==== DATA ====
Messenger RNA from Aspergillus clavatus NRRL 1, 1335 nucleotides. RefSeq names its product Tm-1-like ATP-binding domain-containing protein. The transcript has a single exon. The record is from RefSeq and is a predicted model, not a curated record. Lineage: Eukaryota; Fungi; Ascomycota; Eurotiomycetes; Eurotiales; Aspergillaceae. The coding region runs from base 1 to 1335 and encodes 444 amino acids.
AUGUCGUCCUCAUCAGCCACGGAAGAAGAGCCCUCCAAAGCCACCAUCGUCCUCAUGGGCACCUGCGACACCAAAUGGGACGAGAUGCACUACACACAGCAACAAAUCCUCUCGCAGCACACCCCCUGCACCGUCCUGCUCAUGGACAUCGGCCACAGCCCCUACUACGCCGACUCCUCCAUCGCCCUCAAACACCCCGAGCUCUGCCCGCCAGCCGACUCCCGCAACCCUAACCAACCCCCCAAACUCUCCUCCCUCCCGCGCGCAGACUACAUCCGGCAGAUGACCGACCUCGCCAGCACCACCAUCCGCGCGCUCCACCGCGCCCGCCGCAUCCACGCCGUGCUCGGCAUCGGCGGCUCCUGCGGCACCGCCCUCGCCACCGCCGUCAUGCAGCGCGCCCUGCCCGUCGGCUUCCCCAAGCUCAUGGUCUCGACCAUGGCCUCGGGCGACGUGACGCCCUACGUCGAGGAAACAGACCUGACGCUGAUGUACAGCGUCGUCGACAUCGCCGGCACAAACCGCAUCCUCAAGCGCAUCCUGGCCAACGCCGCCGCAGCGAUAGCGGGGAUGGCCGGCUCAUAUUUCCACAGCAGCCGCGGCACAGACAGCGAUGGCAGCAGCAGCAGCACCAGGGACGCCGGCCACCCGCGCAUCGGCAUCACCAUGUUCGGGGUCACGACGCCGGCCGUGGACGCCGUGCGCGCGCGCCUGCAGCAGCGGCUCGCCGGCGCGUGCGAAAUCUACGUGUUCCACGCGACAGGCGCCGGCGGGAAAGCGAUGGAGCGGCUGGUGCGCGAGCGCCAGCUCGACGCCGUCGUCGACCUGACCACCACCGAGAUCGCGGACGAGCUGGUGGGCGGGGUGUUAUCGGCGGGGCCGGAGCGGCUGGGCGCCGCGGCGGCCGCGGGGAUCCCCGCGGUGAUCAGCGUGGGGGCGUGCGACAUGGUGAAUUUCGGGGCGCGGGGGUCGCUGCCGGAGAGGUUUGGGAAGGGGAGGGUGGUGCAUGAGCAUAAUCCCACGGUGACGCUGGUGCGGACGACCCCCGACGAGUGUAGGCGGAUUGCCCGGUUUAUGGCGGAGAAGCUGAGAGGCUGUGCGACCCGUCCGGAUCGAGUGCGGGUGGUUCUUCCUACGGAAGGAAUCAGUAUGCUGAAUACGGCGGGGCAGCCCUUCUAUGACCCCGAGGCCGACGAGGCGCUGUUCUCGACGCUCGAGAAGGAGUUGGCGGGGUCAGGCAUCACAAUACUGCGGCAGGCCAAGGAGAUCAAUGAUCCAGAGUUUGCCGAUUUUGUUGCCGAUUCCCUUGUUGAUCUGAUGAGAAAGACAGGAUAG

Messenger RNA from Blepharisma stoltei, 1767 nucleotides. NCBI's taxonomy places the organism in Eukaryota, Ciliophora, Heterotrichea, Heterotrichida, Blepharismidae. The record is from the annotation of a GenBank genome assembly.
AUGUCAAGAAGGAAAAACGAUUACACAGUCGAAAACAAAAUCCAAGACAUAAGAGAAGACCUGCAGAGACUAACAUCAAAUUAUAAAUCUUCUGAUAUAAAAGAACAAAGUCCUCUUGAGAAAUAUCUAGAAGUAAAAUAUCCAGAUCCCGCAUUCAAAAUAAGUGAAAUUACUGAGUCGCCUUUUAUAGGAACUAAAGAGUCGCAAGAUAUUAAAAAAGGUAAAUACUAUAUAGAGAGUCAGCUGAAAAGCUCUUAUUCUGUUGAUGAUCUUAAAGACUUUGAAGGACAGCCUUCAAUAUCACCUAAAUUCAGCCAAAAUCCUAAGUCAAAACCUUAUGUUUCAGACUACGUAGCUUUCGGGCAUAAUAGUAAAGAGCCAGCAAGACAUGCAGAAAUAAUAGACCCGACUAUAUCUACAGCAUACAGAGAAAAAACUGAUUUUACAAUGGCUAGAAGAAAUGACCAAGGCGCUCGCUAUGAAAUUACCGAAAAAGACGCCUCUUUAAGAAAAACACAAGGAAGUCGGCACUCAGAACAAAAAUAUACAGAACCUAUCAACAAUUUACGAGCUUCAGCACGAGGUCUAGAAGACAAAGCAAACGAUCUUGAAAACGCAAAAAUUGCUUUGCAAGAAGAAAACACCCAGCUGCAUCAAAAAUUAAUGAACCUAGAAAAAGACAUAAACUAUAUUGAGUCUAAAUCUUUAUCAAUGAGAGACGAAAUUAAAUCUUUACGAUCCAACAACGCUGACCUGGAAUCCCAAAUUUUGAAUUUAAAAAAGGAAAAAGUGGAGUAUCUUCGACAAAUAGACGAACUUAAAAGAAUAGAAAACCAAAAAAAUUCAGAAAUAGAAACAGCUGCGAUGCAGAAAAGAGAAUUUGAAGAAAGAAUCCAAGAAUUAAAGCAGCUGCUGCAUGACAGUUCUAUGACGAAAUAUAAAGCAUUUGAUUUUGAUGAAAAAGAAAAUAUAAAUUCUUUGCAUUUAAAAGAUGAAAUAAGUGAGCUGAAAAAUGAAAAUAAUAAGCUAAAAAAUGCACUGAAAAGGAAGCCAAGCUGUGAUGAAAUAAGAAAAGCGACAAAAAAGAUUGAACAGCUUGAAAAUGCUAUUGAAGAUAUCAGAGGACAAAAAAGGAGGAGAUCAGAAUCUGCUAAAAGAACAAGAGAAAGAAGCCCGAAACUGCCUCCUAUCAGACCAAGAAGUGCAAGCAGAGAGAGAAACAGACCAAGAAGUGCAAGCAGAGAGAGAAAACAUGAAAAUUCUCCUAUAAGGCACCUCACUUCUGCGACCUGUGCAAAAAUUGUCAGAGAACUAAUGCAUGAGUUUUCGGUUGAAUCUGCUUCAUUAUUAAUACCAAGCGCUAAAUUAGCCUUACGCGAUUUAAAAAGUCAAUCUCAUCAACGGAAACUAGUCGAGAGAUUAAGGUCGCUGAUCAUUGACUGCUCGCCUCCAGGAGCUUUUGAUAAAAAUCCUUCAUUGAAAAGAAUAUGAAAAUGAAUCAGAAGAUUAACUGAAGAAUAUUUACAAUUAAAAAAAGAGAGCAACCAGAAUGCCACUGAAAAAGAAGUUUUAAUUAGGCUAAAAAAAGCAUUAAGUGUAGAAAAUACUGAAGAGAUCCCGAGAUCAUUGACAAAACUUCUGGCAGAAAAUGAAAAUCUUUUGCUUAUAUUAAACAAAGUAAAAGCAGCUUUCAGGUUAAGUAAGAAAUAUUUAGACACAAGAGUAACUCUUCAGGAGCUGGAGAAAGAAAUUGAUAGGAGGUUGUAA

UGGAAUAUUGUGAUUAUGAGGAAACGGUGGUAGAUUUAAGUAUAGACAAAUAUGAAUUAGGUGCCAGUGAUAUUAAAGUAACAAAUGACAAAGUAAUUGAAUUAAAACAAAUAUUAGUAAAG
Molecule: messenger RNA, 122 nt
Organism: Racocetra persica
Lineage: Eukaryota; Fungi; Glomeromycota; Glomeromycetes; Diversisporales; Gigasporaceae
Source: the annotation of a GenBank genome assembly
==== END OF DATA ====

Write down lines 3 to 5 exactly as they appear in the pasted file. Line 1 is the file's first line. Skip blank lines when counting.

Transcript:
Messenger RNA from Blepharisma stoltei, 1767 nucleotides. NCBI's taxonomy places the organism in Eukaryota, Ciliophora, Heterotrichea, Heterotrichida, Blepharismidae. The record is from the annotation of a GenBank genome assembly.
AUGUCAAGAAGGAAAAACGAUUACACAGUCGAAAACAAAAUCCAAGACAUAAGAGAAGACCUGCAGAGACUAACAUCAAAUUAUAAAUCUUCUGAUAUAAAAGAACAAAGUCCUCUUGAGAAAUAUCUAGAAGUAAAAUAUCCAGAUCCCGCAUUCAAAAUAAGUGAAAUUACUGAGUCGCCUUUUAUAGGAACUAAAGAGUCGCAAGAUAUUAAAAAAGGUAAAUACUAUAUAGAGAGUCAGCUGAAAAGCUCUUAUUCUGUUGAUGAUCUUAAAGACUUUGAAGGACAGCCUUCAAUAUCACCUAAAUUCAGCCAAAAUCCUAAGUCAAAACCUUAUGUUUCAGACUACGUAGCUUUCGGGCAUAAUAGUAAAGAGCCAGCAAGACAUGCAGAAAUAAUAGACCCGACUAUAUCUACAGCAUACAGAGAAAAAACUGAUUUUACAAUGGCUAGAAGAAAUGACCAAGGCGCUCGCUAUGAAAUUACCGAAAAAGACGCCUCUUUAAGAAAAACACAAGGAAGUCGGCACUCAGAACAAAAAUAUACAGAACCUAUCAACAAUUUACGAGCUUCAGCACGAGGUCUAGAAGACAAAGCAAACGAUCUUGAAAACGCAAAAAUUGCUUUGCAAGAAGAAAACACCCAGCUGCAUCAAAAAUUAAUGAACCUAGAAAAAGACAUAAACUAUAUUGAGUCUAAAUCUUUAUCAAUGAGAGACGAAAUUAAAUCUUUACGAUCCAACAACGCUGACCUGGAAUCCCAAAUUUUGAAUUUAAAAAAGGAAAAAGUGGAGUAUCUUCGACAAAUAGACGAACUUAAAAGAAUAGAAAACCAAAAAAAUUCAGAAAUAGAAACAGCUGCGAUGCAGAAAAGAGAAUUUGAAGAAAGAAUCCAAGAAUUAAAGCAGCUGCUGCAUGACAGUUCUAUGACGAAAUAUAAAGCAUUUGAUUUUGAUGAAAAAGAAAAUAUAAAUUCUUUGCAUUUAAAAGAUGAAAUAAGUGAGCUGAAAAAUGAAAAUAAUAAGCUAAAAAAUGCACUGAAAAGGAAGCCAAGCUGUGAUGAAAUAAGAAAAGCGACAAAAAAGAUUGAACAGCUUGAAAAUGCUAUUGAAGAUAUCAGAGGACAAAAAAGGAGGAGAUCAGAAUCUGCUAAAAGAACAAGAGAAAGAAGCCCGAAACUGCCUCCUAUCAGACCAAGAAGUGCAAGCAGAGAGAGAAACAGACCAAGAAGUGCAAGCAGAGAGAGAAAACAUGAAAAUUCUCCUAUAAGGCACCUCACUUCUGCGACCUGUGCAAAAAUUGUCAGAGAACUAAUGCAUGAGUUUUCGGUUGAAUCUGCUUCAUUAUUAAUACCAAGCGCUAAAUUAGCCUUACGCGAUUUAAAAAGUCAAUCUCAUCAACGGAAACUAGUCGAGAGAUUAAGGUCGCUGAUCAUUGACUGCUCGCCUCCAGGAGCUUUUGAUAAAAAUCCUUCAUUGAAAAGAAUAUGAAAAUGAAUCAGAAGAUUAACUGAAGAAUAUUUACAAUUAAAAAAAGAGAGCAACCAGAAUGCCACUGAAAAAGAAGUUUUAAUUAGGCUAAAAAAAGCAUUAAGUGUAGAAAAUACUGAAGAGAUCCCGAGAUCAUUGACAAAACUUCUGGCAGAAAAUGAAAAUCUUUUGCUUAUAUUAAACAAAGUAAAAGCAGCUUUCAGGUUAAGUAAGAAAUAUUUAGACACAAGAGUAACUCUUCAGGAGCUGGAGAAAGAAAUUGAUAGGAGGUUGUAA

UGGAAUAUUGUGAUUAUGAGGAAACGGUGGUAGAUUUAAGUAUAGACAAAUAUGAAUUAGGUGCCAGUGAUAUUAAAGUAACAAAUGACAAAGUAAUUGAAUUAAAACAAAUAUUAGUAAAG